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Constitutionalism, Contestation, and Civil Society
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Common Knowledge 8.2 (2002) 287-303

This journal, of which I am a member of the founding editorial board, has stood for a variety of aims that are incompatible—it would seem—in theory, if not in practice. From its conception in the immediate wake of the East European "velvet revolutions" of 1989 to 1991—and with velvet revolutionaries like Adam Michnik and György Konrád on its board—Common Knowledge has sought to encourage a world free of tyranny and absolutes, but also a world at peace. Emphasis in the journal's new series, edited from the Middle East, has been on peace (hard not to desire ardently, especially at this historical moment); but it is worth adding, perhaps periodically, that the social arrangements conducive to peace are generally the product of long periods of dialectical tension and sometimes violent contestation. In nations where that kind of contest is mostly behind us, we tend to forget how we achieved the apparently ideal and universalizable constitutions and civil societies that we enjoy. The imposition of peaceful arrangements is authoritarian and, surely in the long run, unworkable. In any case, the sort of peace we have, when we do have it, derives from trust that we can handle conflict: a trust that in itself derives from having managed conflicts, without too much damage, time and time again. I would like, in the present context and the following essay, to encourage dynamism—as much realism as idealism, as much thesis and antithesis as synthesis—in our political lives and expectations.


Speaking of American constitutions in 1824, two years before his death, Thomas Jefferson said that "we consider them not otherwise changeable than by the authority of the people, on a special election of representatives for that purpose expressly: they are until then the lex legum":

But can they be made unchangeable? Can one generation bind another, and all others, in succession forever? I think not. The Creator has made the earth for the living, not the dead. Rights and powers can only belong to persons, not to things, not to mere matter, unendowed with will. . . . A generation may bind itself as long as its majority continues in life; when that has disappeared, another majority is in place, holds all the rights and powers their predecessors once held, and may change their laws and institutions to suit themselves. Nothing then is unchangeable but the inherent and unalienable rights of man.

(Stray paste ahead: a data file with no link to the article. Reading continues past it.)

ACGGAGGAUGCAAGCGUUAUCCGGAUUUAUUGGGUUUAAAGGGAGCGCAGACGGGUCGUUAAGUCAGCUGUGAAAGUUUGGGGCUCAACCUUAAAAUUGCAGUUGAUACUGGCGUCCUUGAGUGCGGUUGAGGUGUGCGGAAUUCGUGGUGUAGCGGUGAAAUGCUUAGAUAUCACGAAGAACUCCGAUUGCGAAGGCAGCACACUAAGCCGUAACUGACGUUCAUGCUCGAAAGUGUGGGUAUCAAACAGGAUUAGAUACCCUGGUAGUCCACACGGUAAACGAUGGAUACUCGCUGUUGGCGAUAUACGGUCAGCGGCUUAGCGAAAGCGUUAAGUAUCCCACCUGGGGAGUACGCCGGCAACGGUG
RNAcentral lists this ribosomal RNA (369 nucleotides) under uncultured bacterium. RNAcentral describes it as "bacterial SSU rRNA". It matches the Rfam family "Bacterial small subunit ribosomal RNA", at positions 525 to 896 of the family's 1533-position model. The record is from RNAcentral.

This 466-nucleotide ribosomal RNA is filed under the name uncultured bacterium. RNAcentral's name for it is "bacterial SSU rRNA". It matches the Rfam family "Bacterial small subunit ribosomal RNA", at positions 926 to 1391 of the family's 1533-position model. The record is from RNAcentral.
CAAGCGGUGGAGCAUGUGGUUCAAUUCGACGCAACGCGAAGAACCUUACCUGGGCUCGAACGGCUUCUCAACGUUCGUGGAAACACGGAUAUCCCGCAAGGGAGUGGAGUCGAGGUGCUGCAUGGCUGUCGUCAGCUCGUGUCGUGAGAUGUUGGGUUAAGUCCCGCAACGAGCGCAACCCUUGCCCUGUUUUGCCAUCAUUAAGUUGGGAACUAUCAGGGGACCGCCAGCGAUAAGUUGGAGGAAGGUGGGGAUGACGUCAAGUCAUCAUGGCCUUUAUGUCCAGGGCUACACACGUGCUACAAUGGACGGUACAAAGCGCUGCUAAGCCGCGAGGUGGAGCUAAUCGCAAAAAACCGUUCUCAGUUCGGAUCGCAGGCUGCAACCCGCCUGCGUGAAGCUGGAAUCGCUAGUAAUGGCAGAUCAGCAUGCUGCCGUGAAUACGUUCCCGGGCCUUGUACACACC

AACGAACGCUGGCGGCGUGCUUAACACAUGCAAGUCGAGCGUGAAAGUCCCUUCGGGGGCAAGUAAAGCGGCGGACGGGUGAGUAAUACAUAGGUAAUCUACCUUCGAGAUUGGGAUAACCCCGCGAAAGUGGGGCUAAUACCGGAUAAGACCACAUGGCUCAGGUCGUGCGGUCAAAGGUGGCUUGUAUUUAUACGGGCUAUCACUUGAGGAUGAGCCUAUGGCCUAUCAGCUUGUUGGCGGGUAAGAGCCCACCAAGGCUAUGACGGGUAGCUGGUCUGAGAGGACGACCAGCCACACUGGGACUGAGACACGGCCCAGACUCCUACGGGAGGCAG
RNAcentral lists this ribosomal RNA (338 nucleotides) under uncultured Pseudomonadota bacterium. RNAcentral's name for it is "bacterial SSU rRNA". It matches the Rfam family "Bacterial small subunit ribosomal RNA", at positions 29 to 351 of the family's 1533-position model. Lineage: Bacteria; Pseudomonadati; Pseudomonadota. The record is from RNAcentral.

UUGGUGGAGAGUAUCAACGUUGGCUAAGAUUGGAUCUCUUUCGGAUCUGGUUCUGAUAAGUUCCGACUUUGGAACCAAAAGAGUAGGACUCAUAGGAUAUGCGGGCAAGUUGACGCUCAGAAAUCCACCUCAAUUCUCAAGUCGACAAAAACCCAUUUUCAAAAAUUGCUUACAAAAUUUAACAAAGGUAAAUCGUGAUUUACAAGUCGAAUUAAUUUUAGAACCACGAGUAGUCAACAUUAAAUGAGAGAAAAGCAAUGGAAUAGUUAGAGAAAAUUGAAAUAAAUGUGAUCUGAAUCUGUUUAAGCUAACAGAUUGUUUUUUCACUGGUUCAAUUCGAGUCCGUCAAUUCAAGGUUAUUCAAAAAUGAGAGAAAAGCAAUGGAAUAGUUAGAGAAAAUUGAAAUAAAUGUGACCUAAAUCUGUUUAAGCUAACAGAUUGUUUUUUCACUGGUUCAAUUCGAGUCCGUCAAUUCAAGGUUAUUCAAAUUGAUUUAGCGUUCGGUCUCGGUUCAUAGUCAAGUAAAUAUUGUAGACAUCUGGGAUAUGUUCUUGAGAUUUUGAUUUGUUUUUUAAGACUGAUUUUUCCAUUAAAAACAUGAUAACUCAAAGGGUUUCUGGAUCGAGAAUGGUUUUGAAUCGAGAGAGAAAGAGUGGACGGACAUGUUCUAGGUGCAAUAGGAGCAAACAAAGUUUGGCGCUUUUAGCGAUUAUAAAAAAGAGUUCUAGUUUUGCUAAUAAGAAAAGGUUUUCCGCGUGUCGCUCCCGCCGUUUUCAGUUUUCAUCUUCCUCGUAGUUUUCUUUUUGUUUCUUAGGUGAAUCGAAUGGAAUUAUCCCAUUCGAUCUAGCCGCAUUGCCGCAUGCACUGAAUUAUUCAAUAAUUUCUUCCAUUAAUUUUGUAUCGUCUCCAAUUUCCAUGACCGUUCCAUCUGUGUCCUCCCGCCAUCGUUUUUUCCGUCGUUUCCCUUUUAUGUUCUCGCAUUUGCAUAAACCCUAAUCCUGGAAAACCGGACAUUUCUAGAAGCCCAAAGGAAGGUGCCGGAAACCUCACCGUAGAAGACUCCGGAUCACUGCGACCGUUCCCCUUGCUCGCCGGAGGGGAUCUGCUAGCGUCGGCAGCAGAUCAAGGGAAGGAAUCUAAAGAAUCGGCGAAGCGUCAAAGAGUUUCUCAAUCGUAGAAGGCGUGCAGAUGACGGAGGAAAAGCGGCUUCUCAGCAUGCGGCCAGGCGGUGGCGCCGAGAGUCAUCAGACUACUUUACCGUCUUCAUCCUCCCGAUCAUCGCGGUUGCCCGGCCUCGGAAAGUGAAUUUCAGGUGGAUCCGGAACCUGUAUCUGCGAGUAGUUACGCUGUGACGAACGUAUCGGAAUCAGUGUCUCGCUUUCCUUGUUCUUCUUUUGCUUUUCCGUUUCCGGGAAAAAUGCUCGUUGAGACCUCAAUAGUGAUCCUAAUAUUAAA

In this characteristic statement of the constitutional views of the American Enlightenment, Jefferson evoked both political realism and rights-based legal idealism. The tension between these two concepts is, at one level, my theme; but at another level, this essay is an initial attempt to work out my late-dawning realization that the two preoccupations of my career—philanthropy (that is, the institutions of civil society) and constitutional law—are aspects of a single larger problem.

Let me start with constitutional law. Thanks to the Ford Foundation, which asked me, as president of the American Council of Learned Societies (ACLS), what Ford might do to commemorate the bicentennial of the U.S. Constitution in the mid-1980s, I was able to organize a project on the idea of constitutionalism. It had long seemed to me the most important U.S. contribution to modern thought, and the Ford staff agreed that we ought to study the progress of that contribution outside the United States, both in order to understand its range and growth, and to better comprehend American constitutionalism. The result was a large grant for a substantial ACLS project on comparative constitutionalism, beginning in 1987, spanning nearly five years and extending to Latin America, Africa, South/Southeast Asia, and Europe (both West and East).

I will not pretend that my mind was a tabula rasa at the outset. My notion of the origins of American constitutionalism, drawn from my mentor Bernard Bailyn, was that eighteenth-century Americans had conceived of constitutionalism in instrumental terms—as a consciously contrived mechanism for yoking limitations on government to the will of the people in a dynamic, geographically distributed manner. American constitutionalism was thus distinguishable at the time of the American Revolution from the...

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